Cotton canvas tents again come in different weights and strengths but on the whole are heavier than polyester tents. You will find this material used on more traditional tents such as bell tents. Their main strengths are both insulation and breathability, they are a wonderful environment in both cold and hot weather because of this, being warmer on cold nights and considerably cooler during hot days than polyester tents. Cotton Fabric is also more UV resistant meaning it’ll most likely last longer after a few good summer holidays. Due to the absorbent cotton fabric, condensation is taken into the fabric which then evaporates outside. It should also be noted that on windy nights, cotton canvas is far quieter when being shaken by the breeze. With a lot of brand new canvas tents, you will need to be able to pitch it and get the fabric wet before heading out on your first long camp, this is called weathering. The tent will need to absorb water to allowing stitching to expand and fill in holes in the fabric caused by the sewing. You only need to do this once.

Polycotton tents such as the Outwell Rock Lake 6ATC are a hybrid between man made polyester and cotton fabrics. It is the fabric of choice for many of our top brand’s most luxurious tents. They feature all of the good features of canvas tents such as breathability, condensation management and insulative properties but also with the mildew resistance, rip resistance and quicker dry time thanks to the polyester blend. They are still considerably heavier and bulkier than polyester tents but we like to think a nicer environment.


Not all tents use poles anymore. The introduction of inflatable air tents in the last 10 years or so has certainly added another thing to consider when choosing your tent.
The main feature to think about with air tents is that they are considerably easier and quicker to pitch, everything is already stored within the structure of the tent and it really is as simple as pumping it up (pumps are always included with the tent). Because of the flexibility of the inflatable beams, they can be more wind resistant when compared to poles in very strong gusts as they cannot snap. As a rule, inflatable tents are heavier than pole tents of the same size and more expensive. In our mind they are certainly not looking to replace poled tents but instead offer other options.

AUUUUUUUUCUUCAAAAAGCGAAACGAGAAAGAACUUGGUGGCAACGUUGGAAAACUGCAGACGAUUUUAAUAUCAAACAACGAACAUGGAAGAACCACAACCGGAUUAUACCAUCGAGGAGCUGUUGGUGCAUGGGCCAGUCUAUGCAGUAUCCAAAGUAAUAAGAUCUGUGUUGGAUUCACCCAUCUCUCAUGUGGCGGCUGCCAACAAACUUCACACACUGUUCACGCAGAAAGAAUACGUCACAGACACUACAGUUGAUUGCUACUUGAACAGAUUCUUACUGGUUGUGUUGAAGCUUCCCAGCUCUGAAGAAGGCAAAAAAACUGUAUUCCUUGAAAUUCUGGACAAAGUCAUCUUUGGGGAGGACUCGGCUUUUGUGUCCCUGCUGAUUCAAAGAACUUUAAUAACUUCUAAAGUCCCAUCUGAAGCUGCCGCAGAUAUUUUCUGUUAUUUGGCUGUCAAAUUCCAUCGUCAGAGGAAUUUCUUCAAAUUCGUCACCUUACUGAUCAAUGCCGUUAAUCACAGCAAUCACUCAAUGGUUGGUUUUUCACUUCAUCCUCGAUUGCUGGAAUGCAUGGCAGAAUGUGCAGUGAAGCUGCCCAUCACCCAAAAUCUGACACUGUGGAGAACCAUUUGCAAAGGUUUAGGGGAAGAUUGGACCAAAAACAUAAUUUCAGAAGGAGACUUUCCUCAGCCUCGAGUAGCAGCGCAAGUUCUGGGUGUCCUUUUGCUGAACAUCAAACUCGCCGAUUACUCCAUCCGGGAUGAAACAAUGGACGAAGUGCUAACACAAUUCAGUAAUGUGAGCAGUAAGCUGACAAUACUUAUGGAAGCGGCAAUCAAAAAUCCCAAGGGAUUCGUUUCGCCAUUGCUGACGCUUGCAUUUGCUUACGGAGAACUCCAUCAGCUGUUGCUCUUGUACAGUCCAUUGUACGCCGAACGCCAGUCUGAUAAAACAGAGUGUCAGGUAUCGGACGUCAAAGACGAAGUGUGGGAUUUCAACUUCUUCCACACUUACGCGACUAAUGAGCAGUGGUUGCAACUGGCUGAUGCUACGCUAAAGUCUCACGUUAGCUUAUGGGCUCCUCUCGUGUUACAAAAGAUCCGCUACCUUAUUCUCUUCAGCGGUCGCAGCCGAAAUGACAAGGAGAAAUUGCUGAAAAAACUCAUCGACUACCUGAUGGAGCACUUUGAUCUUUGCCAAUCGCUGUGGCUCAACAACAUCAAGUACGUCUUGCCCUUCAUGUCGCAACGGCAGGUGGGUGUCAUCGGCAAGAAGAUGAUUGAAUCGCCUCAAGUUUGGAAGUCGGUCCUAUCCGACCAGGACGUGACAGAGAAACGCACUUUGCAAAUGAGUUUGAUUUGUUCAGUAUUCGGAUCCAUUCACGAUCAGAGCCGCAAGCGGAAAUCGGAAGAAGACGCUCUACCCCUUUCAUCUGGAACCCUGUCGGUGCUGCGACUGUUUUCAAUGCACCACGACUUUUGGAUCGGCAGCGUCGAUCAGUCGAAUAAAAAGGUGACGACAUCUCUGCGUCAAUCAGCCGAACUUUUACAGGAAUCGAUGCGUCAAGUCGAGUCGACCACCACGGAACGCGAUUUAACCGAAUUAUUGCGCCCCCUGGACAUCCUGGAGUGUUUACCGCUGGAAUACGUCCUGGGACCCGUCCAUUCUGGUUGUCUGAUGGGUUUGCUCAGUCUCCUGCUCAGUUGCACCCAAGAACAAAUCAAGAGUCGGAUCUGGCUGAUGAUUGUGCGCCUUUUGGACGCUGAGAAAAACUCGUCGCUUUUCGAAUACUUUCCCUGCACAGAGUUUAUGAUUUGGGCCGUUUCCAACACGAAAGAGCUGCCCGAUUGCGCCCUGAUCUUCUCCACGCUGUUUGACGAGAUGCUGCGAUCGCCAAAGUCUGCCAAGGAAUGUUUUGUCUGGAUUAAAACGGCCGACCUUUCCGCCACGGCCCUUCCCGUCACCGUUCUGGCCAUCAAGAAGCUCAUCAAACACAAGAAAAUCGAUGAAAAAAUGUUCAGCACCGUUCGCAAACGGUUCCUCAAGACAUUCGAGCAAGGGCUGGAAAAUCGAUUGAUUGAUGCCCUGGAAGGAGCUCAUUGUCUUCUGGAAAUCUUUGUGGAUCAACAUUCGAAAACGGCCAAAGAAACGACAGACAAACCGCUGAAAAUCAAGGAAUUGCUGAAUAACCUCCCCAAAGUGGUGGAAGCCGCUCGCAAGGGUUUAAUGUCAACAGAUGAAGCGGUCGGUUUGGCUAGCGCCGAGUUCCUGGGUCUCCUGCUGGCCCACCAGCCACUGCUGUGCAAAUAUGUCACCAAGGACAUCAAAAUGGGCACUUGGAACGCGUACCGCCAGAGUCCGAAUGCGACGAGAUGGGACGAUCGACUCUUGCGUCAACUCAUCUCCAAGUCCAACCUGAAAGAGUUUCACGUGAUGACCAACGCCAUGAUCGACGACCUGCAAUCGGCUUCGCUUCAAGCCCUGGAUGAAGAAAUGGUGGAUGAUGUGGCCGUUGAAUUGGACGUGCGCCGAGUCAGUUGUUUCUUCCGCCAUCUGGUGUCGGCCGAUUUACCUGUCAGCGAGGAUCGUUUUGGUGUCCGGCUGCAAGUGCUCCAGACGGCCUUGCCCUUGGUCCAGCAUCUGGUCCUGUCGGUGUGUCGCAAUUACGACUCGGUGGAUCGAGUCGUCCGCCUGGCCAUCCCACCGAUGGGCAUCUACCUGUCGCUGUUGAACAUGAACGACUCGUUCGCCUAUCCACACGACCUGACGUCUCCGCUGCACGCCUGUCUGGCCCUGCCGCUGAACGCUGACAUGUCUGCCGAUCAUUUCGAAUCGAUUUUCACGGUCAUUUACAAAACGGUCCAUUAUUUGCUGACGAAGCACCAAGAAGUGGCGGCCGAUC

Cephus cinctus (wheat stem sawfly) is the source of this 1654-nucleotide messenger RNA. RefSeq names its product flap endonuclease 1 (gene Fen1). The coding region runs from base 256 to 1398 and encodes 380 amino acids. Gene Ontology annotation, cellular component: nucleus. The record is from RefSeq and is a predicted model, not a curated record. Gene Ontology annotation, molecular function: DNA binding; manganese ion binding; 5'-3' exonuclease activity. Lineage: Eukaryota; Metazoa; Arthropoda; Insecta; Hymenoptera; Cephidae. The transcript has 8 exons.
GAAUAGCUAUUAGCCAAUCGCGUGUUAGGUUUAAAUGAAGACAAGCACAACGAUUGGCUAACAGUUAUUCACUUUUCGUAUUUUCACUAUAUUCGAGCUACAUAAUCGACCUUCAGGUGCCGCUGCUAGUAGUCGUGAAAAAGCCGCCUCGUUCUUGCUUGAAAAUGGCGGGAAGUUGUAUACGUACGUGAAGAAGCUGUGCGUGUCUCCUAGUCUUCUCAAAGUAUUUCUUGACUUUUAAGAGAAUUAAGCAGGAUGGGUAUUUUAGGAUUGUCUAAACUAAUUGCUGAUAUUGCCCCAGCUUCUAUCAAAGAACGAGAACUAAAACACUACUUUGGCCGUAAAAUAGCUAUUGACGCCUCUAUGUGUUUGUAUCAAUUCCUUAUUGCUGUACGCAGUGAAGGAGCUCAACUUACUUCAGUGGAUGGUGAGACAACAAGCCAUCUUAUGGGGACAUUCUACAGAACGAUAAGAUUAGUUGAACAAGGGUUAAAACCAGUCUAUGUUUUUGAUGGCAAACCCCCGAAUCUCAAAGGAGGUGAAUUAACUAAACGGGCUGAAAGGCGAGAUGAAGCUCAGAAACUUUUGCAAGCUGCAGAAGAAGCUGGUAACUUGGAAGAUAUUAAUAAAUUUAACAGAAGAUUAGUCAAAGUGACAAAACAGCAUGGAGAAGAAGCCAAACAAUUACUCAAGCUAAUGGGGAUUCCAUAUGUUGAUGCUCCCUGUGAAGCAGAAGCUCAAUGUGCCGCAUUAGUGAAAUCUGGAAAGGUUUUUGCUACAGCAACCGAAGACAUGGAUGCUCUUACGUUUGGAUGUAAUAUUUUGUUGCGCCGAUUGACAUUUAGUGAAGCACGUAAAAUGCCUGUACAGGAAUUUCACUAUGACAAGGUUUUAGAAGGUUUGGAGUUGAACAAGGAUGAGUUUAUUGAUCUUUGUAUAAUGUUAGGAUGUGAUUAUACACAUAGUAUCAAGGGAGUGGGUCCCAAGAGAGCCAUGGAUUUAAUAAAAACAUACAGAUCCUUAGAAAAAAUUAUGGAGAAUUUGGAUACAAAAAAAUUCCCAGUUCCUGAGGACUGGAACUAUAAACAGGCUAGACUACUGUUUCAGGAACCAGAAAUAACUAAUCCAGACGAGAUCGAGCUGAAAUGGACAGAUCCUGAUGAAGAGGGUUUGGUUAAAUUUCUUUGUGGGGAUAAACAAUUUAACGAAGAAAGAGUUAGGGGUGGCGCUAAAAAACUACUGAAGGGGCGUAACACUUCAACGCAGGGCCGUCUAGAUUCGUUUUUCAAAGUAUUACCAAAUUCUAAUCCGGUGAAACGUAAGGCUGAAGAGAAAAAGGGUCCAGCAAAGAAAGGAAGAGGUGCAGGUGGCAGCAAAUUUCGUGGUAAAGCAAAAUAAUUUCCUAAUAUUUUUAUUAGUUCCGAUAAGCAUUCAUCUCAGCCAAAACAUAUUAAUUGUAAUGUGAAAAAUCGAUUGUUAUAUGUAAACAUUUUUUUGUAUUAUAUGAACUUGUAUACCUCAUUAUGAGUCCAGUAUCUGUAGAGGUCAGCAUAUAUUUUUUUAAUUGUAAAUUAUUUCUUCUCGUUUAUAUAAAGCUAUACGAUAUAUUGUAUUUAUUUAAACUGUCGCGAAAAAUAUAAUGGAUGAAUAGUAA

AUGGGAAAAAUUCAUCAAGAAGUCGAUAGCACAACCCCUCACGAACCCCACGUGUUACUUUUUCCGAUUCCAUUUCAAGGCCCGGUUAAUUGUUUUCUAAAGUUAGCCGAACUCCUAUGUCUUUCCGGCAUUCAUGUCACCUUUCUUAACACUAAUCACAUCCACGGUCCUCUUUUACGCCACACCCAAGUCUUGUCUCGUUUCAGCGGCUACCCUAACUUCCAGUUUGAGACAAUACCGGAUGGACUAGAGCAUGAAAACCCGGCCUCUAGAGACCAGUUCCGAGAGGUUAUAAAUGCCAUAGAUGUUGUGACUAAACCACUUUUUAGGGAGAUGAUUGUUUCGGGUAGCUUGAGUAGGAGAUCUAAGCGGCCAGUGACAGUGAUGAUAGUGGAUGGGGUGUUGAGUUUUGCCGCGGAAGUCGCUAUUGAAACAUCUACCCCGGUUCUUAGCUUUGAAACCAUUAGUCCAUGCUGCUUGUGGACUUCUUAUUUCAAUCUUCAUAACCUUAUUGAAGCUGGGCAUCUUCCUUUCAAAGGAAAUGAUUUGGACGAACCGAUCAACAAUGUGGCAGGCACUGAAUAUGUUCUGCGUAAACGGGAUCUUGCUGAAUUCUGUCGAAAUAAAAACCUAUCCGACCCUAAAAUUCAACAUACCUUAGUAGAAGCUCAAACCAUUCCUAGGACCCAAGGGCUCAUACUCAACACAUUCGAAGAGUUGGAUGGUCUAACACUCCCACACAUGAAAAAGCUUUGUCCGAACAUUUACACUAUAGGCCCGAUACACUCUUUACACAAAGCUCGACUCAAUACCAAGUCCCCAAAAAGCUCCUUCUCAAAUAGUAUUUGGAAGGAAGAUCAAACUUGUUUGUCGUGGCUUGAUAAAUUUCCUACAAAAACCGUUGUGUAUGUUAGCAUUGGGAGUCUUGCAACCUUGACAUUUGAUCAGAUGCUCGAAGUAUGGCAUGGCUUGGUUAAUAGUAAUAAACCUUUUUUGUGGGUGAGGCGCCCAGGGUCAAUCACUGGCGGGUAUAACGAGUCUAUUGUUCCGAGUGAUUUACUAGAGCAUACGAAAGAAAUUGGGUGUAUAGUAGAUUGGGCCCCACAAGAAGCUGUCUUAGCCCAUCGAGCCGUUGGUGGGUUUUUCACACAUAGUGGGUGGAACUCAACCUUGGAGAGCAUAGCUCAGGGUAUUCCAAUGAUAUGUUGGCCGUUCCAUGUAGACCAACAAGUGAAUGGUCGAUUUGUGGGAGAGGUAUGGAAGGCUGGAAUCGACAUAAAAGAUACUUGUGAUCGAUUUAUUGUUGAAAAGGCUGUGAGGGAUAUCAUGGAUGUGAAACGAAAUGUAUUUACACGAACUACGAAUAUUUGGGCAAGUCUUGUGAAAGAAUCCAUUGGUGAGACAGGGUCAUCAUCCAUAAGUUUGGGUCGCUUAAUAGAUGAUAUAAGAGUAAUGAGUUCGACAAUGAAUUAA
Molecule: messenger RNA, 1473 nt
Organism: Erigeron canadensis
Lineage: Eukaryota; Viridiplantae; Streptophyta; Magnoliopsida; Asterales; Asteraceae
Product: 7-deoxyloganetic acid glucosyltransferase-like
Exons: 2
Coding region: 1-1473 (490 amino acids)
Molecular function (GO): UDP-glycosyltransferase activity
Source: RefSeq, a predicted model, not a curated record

Pole tents are of course a tried, tested and approved method of pole construction, they are lighter than inflatable tents and certainly provide more space for their weight. They are cheaper too. However pole tents are a little more hassle to pitch (with the exception of tipis) and require more people than their inflatable comrades. Pole tents are more practical when it comes to repair as just about all camping shops offer accessible replacement pole pieces.

Shop Family Tents HERE

Now that our Exeter Store has reopened, why not ask to see one of the tents pitched before you buy? More info HERE.

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Getting a good night’s sleep

Now that you have an appropriate tent, you have to make your bed and sleep in it. To ensure you get and the kids get a good nights sleep (with nobody waking up too early, fingers crossed), look for comfort and insulation from the cold ground as well as breathability in your sleeping bags or quilts to stop you getting too hot on warm nights and hot morning lie ins. Here are some things to think about.


The most comfortable camping mattresses are inflatable, that’s just fact. Lifting you up from the ground prevents you feeling any lumps and bumps, mattresses like the Outwell Flock Classic Double  & single do an excellent job of this with the mattresses providing a lot of comfortable padding. For months with colder nights such as those in Spring or Autumn, more insulation within the mat may be required to protect you from the cold ground which can suck away a lot of body heat if allowed to. The Vango Trek 3 mat is filled with dense foam which expands, self- inflates the mat and provides really good insulation. Despite not lifting you as far from the ground as other inflatable mats, it packs down smaller and is considerably lighter whilst still providing great insulation.

Sleeping Bags and Quilts